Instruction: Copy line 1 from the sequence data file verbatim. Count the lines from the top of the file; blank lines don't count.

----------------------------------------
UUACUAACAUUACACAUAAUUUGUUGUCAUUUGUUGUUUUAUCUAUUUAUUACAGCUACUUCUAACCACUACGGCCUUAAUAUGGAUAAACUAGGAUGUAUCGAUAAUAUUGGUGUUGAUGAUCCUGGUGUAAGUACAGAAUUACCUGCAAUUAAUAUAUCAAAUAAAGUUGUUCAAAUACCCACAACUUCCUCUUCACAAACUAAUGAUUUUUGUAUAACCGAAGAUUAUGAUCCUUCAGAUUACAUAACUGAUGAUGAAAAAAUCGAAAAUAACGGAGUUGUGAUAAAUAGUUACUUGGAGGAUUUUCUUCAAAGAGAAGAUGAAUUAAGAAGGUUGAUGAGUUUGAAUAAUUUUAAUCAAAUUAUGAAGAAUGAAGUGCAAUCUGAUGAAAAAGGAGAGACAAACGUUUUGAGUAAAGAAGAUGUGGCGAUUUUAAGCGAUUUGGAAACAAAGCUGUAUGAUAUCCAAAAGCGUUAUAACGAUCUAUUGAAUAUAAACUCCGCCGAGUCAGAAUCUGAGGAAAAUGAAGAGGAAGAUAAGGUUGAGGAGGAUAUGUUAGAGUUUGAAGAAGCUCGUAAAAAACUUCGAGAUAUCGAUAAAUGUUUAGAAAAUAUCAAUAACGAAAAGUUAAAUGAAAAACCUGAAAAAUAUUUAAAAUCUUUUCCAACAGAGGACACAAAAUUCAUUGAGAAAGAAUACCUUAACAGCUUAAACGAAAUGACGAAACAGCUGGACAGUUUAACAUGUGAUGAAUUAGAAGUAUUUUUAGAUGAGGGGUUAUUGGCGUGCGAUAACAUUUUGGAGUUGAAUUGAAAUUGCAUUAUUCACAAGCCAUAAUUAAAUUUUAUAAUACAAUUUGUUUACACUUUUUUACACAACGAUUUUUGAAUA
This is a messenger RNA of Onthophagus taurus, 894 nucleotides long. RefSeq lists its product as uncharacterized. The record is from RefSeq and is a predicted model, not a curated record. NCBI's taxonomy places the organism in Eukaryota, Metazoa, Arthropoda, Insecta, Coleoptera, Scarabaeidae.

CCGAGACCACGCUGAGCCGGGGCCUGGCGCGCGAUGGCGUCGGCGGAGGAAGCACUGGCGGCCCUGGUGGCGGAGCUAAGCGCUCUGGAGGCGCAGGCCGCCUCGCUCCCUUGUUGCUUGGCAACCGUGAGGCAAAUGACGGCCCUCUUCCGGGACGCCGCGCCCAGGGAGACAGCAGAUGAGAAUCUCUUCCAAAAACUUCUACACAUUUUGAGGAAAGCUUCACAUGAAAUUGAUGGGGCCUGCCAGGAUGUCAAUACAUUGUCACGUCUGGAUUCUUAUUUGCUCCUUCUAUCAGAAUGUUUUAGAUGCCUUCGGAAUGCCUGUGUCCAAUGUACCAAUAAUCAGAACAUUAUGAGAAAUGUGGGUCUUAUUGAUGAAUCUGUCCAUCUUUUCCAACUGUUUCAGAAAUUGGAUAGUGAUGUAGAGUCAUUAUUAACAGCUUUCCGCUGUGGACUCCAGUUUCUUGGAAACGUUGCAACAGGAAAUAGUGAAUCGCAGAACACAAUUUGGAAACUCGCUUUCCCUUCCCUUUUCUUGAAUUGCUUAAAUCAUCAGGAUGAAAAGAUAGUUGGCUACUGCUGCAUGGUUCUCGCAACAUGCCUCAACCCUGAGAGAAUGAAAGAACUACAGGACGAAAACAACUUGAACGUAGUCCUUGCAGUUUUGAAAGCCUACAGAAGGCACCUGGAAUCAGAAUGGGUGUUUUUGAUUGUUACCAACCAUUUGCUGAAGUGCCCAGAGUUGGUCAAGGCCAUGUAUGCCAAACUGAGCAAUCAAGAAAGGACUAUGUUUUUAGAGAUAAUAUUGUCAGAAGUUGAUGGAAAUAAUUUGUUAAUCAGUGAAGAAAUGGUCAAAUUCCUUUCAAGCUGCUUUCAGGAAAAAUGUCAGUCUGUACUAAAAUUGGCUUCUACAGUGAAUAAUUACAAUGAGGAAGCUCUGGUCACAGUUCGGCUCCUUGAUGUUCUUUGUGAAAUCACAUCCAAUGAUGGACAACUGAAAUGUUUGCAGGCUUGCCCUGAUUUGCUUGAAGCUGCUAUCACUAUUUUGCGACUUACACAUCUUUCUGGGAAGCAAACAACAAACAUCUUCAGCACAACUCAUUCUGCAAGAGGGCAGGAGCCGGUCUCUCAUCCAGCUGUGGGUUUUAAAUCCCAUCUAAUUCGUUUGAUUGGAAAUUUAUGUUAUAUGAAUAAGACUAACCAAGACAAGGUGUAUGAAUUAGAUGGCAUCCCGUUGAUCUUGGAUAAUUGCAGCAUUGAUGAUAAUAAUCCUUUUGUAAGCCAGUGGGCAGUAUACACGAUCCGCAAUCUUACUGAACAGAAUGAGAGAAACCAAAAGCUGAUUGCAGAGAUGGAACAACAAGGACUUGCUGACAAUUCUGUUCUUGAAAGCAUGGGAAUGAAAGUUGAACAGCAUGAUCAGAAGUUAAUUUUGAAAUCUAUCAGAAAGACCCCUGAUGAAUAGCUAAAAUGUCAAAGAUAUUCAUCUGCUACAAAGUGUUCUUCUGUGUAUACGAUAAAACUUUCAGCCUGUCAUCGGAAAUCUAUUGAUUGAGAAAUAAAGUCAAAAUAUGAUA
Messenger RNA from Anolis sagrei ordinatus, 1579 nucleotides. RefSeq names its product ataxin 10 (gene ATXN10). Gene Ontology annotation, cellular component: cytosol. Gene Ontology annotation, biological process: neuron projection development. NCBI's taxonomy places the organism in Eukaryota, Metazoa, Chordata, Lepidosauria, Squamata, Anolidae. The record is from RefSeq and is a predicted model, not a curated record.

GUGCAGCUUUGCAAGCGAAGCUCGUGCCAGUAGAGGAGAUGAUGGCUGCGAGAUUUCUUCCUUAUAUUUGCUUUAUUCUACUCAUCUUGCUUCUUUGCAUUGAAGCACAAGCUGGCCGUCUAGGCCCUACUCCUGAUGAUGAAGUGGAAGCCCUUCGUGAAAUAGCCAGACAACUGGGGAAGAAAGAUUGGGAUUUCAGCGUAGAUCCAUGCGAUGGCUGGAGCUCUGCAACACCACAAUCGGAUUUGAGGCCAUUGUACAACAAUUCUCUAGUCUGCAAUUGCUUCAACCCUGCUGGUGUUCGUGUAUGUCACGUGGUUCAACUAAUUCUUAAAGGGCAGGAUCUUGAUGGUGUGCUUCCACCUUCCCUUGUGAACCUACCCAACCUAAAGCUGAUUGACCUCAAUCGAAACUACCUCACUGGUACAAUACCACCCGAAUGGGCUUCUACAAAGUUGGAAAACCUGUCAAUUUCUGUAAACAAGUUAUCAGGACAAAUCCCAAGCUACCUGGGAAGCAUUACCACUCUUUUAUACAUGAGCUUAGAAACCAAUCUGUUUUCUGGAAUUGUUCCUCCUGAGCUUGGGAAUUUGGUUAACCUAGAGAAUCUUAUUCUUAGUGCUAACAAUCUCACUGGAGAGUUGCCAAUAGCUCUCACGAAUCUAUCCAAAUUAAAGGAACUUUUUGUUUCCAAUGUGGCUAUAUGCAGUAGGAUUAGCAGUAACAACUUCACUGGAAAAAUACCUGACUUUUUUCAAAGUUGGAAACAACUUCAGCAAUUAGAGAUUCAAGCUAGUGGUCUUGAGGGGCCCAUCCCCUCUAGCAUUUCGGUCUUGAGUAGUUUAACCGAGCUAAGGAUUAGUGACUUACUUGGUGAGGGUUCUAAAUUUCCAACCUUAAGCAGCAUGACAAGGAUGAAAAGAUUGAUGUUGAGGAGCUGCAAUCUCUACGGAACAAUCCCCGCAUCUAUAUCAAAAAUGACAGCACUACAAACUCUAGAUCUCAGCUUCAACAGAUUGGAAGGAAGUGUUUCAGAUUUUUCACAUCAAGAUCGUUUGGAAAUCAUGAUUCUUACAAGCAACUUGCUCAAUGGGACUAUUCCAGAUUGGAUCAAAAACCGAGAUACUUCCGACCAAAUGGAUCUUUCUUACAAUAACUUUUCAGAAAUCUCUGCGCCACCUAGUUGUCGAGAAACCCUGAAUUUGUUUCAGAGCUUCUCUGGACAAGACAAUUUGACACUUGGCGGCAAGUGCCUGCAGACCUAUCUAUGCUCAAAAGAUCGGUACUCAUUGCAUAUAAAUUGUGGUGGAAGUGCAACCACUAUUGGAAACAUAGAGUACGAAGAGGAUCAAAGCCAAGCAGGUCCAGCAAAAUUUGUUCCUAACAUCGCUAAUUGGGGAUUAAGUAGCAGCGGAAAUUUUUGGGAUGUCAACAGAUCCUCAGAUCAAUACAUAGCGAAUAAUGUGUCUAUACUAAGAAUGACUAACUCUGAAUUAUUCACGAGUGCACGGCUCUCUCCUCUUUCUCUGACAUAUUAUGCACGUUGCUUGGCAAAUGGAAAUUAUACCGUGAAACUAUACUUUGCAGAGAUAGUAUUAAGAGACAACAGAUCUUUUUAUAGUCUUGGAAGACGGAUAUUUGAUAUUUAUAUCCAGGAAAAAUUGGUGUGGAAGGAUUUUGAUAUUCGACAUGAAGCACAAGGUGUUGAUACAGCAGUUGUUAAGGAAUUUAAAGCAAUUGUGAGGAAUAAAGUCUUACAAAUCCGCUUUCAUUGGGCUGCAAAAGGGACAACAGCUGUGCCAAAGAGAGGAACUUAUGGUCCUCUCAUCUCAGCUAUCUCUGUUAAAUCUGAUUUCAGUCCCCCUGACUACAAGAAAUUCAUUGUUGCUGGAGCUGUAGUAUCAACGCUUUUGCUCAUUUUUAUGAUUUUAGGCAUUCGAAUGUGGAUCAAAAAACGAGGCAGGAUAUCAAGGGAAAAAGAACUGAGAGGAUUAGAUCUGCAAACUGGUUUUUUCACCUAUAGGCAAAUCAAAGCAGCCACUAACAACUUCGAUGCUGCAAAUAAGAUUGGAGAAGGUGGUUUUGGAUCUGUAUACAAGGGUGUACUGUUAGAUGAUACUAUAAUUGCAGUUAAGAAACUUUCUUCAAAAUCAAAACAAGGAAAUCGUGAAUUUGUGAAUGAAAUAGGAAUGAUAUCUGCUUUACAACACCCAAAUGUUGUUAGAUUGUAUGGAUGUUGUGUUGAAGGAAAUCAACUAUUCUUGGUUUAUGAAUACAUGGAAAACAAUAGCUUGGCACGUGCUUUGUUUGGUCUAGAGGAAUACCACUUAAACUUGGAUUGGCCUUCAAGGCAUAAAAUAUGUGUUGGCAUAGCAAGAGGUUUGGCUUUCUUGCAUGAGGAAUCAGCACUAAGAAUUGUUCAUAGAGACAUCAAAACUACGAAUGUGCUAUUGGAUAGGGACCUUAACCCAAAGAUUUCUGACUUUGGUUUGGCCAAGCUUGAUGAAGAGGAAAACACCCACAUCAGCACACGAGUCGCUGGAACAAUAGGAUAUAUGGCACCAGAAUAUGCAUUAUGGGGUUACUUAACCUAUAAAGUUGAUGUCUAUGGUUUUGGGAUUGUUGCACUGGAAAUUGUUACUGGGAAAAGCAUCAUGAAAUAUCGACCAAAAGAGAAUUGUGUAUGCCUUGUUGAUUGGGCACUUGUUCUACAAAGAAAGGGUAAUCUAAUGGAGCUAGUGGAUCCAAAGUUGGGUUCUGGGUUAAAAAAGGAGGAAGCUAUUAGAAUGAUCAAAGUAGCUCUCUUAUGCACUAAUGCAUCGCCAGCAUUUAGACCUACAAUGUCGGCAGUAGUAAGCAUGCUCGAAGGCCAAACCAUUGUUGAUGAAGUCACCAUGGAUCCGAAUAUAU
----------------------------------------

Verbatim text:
UUACUAACAUUACACAUAAUUUGUUGUCAUUUGUUGUUUUAUCUAUUUAUUACAGCUACUUCUAACCACUACGGCCUUAAUAUGGAUAAACUAGGAUGUAUCGAUAAUAUUGGUGUUGAUGAUCCUGGUGUAAGUACAGAAUUACCUGCAAUUAAUAUAUCAAAUAAAGUUGUUCAAAUACCCACAACUUCCUCUUCACAAACUAAUGAUUUUUGUAUAACCGAAGAUUAUGAUCCUUCAGAUUACAUAACUGAUGAUGAAAAAAUCGAAAAUAACGGAGUUGUGAUAAAUAGUUACUUGGAGGAUUUUCUUCAAAGAGAAGAUGAAUUAAGAAGGUUGAUGAGUUUGAAUAAUUUUAAUCAAAUUAUGAAGAAUGAAGUGCAAUCUGAUGAAAAAGGAGAGACAAACGUUUUGAGUAAAGAAGAUGUGGCGAUUUUAAGCGAUUUGGAAACAAAGCUGUAUGAUAUCCAAAAGCGUUAUAACGAUCUAUUGAAUAUAAACUCCGCCGAGUCAGAAUCUGAGGAAAAUGAAGAGGAAGAUAAGGUUGAGGAGGAUAUGUUAGAGUUUGAAGAAGCUCGUAAAAAACUUCGAGAUAUCGAUAAAUGUUUAGAAAAUAUCAAUAACGAAAAGUUAAAUGAAAAACCUGAAAAAUAUUUAAAAUCUUUUCCAACAGAGGACACAAAAUUCAUUGAGAAAGAAUACCUUAACAGCUUAAACGAAAUGACGAAACAGCUGGACAGUUUAACAUGUGAUGAAUUAGAAGUAUUUUUAGAUGAGGGGUUAUUGGCGUGCGAUAACAUUUUGGAGUUGAAUUGAAAUUGCAUUAUUCACAAGCCAUAAUUAAAUUUUAUAAUACAAUUUGUUUACACUUUUUUACACAACGAUUUUUGAAUA